A History: How Faith Shaped the Presidency from John F. Kennedy to George W. Bush
On Sale: January 22, 2008
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Non-Fiction Religion | Non-Fiction Political
How did we go from John F. Kennedy declaring that religion
should play no role in the elections to Bush saying, "I
believe that God wants me to be president"?
Historian Randall Balmer takes us on a tour of presidential
religiosity in the last half of the twentieth century—from
Kennedy's 1960 speech that proposed an almost absolute wall
between American political and religious life to the soft
religiosity of Lyndon B. Johnson's Great Society; from
Richard Nixon's manipulation of religion to fit his own
needs to Gerald Ford's quiet stoicism; from Jimmy Carter's
introduction of evangelicalism into the mainstream to Ronald
Reagan's co-option of the same group; from Bill Clinton's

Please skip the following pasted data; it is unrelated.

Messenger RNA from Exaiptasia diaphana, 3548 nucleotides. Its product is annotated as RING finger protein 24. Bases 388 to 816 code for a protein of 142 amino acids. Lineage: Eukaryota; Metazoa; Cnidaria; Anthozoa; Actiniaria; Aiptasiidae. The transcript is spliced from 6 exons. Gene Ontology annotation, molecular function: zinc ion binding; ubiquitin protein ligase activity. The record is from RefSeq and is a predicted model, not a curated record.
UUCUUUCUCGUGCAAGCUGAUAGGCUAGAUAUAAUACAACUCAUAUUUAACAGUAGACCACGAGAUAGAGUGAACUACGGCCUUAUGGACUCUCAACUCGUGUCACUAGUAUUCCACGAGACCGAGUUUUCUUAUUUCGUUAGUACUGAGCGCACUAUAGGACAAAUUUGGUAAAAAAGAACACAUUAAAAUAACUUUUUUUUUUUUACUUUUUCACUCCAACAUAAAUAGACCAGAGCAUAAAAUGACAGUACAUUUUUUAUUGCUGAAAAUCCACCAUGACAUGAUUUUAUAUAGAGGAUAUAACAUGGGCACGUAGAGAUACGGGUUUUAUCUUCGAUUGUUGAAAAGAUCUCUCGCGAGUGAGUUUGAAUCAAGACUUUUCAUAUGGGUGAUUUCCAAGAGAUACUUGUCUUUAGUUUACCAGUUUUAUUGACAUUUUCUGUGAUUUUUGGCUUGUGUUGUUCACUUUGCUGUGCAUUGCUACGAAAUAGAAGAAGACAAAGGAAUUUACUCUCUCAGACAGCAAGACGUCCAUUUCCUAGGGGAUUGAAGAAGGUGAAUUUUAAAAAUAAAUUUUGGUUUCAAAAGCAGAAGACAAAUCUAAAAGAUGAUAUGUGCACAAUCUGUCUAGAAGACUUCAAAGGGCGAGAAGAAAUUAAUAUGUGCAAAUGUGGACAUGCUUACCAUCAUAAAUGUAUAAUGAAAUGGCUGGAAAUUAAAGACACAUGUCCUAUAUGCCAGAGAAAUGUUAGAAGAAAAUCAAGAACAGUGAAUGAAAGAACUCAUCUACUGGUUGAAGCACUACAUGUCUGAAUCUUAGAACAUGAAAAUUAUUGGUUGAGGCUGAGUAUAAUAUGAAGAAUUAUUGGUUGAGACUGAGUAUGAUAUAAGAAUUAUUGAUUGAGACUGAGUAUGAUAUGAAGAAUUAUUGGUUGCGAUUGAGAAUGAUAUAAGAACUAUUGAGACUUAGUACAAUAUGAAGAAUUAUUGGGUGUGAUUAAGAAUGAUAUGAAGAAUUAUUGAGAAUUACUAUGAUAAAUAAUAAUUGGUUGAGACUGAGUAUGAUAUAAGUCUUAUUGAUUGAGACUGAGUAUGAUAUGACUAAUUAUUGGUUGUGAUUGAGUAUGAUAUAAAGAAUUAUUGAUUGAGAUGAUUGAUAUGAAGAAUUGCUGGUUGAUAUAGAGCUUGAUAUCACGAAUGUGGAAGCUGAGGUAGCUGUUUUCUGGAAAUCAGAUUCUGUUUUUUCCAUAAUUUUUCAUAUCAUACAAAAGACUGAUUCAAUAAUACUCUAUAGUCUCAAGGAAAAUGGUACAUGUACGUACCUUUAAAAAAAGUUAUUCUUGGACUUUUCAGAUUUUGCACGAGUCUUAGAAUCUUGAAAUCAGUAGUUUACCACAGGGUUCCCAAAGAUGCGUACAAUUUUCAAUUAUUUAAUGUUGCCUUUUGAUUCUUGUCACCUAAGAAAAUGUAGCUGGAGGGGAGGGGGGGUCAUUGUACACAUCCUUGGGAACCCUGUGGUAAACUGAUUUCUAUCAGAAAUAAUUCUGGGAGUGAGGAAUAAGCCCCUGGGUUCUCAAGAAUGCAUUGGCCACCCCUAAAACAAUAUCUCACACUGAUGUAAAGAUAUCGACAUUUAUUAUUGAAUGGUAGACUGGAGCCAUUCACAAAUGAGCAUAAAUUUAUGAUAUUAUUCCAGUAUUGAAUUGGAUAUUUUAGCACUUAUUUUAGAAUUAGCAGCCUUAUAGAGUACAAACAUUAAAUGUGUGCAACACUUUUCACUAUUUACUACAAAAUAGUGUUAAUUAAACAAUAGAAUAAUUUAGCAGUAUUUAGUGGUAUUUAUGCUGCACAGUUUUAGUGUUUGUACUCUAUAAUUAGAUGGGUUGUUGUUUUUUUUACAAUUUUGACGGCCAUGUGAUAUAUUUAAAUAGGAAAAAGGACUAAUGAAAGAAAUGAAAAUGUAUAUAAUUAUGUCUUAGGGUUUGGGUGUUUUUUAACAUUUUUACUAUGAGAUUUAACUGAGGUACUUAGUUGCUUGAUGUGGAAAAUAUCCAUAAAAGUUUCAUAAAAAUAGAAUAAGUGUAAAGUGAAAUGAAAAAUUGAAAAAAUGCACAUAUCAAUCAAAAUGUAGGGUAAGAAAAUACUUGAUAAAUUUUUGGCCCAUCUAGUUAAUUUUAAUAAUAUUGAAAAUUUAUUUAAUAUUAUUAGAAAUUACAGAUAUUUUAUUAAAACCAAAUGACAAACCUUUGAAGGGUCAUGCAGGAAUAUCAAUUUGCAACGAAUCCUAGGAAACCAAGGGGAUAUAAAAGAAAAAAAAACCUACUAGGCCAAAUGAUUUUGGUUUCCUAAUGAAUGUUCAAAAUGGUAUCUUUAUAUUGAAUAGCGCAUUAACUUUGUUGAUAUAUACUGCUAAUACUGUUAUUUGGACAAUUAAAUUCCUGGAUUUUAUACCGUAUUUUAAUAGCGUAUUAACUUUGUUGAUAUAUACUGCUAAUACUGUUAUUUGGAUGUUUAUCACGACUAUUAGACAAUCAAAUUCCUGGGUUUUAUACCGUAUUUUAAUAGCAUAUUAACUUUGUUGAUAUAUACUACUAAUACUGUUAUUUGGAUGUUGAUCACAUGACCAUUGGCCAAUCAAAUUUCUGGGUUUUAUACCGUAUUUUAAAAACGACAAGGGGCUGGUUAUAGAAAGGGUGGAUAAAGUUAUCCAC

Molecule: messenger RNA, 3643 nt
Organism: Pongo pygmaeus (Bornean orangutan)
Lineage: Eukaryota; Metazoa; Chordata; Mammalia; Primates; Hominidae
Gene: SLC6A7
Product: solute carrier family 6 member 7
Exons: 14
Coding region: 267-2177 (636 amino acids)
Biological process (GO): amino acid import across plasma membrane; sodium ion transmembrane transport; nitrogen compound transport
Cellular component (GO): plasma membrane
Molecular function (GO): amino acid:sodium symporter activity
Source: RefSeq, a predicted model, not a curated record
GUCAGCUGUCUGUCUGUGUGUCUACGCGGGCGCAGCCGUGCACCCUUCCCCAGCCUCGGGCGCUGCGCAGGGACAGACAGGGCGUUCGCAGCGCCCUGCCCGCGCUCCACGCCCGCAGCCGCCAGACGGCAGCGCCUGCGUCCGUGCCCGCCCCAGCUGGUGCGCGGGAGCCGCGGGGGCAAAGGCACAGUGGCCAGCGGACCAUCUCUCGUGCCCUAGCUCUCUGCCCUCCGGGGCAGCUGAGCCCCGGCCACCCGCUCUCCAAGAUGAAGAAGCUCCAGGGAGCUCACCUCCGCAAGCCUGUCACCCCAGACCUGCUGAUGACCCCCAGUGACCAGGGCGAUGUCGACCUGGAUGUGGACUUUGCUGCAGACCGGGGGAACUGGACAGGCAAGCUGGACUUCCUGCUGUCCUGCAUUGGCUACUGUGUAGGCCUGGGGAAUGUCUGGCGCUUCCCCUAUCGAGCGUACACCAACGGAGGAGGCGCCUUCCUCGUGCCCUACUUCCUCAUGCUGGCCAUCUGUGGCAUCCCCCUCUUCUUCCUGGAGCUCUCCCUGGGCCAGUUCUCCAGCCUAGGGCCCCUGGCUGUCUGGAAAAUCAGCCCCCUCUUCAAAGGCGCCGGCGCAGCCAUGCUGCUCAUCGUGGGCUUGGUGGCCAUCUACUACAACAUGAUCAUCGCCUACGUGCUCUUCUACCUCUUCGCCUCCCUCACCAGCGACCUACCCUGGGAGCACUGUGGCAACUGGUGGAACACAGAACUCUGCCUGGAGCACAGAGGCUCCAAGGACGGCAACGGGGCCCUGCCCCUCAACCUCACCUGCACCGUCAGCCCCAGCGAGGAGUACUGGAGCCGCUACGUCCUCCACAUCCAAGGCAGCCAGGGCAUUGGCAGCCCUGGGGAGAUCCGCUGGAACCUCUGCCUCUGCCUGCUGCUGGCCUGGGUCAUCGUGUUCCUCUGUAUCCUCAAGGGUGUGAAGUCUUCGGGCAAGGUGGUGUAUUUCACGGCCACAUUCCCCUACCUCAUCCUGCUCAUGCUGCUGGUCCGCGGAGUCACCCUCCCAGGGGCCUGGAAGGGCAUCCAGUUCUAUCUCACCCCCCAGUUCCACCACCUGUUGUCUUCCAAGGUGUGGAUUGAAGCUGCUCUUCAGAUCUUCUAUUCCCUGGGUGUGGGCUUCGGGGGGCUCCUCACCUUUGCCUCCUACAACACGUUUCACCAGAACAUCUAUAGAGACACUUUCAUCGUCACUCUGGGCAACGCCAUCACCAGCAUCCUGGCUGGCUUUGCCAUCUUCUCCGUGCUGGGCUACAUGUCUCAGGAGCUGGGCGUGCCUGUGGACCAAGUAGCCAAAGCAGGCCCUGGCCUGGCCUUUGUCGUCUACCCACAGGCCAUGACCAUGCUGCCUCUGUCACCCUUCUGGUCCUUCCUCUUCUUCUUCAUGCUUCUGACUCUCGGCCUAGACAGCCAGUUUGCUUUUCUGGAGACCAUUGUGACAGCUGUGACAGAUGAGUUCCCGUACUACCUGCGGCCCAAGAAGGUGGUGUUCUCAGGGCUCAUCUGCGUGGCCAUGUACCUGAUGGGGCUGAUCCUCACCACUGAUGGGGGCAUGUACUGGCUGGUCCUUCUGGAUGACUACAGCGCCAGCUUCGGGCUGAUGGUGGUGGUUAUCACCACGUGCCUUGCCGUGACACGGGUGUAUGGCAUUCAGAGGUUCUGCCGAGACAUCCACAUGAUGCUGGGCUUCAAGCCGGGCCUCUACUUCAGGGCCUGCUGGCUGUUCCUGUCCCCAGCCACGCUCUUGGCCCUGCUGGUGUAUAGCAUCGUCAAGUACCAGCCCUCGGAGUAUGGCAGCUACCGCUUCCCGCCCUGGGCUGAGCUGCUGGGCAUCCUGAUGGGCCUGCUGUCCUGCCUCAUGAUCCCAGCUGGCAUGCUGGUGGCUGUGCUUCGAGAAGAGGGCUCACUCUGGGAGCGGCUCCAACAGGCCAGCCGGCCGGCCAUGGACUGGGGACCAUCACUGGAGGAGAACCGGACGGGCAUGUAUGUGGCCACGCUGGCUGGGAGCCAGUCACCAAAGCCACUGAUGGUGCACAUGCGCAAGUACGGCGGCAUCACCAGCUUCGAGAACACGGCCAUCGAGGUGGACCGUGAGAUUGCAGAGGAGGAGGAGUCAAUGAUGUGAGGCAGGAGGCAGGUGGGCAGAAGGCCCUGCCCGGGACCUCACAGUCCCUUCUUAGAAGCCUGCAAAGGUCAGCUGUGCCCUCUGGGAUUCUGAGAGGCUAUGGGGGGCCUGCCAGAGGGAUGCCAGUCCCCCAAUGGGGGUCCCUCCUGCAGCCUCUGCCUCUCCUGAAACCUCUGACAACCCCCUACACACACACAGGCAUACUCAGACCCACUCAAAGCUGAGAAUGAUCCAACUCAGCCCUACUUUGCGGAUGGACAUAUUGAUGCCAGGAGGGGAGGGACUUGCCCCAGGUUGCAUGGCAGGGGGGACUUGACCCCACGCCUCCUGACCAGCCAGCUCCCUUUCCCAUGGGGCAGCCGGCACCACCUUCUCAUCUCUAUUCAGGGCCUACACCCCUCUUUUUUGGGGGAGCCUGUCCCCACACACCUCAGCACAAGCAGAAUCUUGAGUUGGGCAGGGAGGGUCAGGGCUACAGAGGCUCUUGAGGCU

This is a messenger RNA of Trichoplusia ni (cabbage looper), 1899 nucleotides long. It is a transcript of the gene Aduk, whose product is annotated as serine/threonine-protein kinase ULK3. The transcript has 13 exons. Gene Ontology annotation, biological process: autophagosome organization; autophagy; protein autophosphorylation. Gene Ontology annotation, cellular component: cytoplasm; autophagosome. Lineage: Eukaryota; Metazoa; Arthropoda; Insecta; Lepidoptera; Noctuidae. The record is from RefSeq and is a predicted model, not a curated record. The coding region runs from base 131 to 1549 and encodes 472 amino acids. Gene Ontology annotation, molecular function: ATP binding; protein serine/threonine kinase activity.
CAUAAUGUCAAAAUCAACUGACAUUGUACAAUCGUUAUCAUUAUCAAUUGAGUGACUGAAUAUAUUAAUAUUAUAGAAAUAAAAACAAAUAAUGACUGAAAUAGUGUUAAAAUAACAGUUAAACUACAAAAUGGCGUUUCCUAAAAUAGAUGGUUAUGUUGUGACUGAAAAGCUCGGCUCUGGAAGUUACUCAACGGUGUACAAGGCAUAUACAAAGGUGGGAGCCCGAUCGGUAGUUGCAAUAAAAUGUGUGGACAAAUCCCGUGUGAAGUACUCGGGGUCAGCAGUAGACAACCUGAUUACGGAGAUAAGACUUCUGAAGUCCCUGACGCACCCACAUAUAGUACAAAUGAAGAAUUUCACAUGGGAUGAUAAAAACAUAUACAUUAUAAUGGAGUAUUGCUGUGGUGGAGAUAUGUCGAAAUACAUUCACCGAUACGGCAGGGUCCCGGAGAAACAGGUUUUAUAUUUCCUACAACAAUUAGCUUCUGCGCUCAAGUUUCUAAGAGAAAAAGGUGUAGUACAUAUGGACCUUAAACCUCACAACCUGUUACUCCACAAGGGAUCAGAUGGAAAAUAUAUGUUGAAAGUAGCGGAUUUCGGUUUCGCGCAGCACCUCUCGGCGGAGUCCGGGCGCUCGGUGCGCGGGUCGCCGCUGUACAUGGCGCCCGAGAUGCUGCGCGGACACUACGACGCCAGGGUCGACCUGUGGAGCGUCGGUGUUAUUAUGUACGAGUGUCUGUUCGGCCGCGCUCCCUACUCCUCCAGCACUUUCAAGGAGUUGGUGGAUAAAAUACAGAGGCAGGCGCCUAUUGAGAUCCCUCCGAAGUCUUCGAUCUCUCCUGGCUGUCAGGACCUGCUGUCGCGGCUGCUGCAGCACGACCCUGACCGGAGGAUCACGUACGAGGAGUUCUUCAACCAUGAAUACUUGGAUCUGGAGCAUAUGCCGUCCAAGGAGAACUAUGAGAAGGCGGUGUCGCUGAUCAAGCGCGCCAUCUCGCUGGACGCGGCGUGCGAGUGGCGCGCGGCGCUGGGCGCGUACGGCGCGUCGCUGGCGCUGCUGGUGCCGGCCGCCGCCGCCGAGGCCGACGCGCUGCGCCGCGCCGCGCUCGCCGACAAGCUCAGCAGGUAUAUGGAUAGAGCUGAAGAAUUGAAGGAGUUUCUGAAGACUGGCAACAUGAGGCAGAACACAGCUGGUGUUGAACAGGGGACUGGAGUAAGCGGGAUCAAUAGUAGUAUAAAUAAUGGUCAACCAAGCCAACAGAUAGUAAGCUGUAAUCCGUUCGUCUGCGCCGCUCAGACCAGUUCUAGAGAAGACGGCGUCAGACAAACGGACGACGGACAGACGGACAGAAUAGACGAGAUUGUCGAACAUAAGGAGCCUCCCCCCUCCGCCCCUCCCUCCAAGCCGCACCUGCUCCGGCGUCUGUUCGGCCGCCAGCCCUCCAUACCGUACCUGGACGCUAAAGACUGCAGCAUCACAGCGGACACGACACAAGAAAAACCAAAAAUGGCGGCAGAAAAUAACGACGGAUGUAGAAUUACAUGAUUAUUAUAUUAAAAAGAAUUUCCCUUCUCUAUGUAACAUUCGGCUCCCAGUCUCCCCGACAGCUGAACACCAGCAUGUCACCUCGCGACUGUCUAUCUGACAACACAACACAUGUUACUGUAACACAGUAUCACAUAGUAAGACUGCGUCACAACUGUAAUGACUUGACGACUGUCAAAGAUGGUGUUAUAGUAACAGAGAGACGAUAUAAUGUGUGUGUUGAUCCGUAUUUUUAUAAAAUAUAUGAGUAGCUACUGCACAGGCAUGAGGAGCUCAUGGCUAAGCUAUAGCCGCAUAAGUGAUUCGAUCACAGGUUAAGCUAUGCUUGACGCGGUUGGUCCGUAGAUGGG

covert way of turning religion into a non-issue to George W.
Bush's overt Christian messages, Balmer reveals the role
religion has played in the personal and political lives of
these American presidents.
Americans were once content to disregard religion as a
criterion for voting, as in most of the modern presidential
elections before Jimmy Carter.But today's voters have come
to expect candidates to fully disclose their religious views
and to deeply illustrate their personal relationship to the
Almighty. God in the White House explores the paradox of
Americans' expectation that presidents should simultaneously
trumpet their religious views and relationship to God while
supporting the separation of church and state. Balmer tells
the story of the politicization of religion in the last half
of the twentieth century, as well as the "religionization"
of our politics. He reflects on the implications of this
shift, which have reverberated in both our religious and
political worlds, and offers a new lens through which to see
not only these extraordinary individuals, but also our
current political situation.
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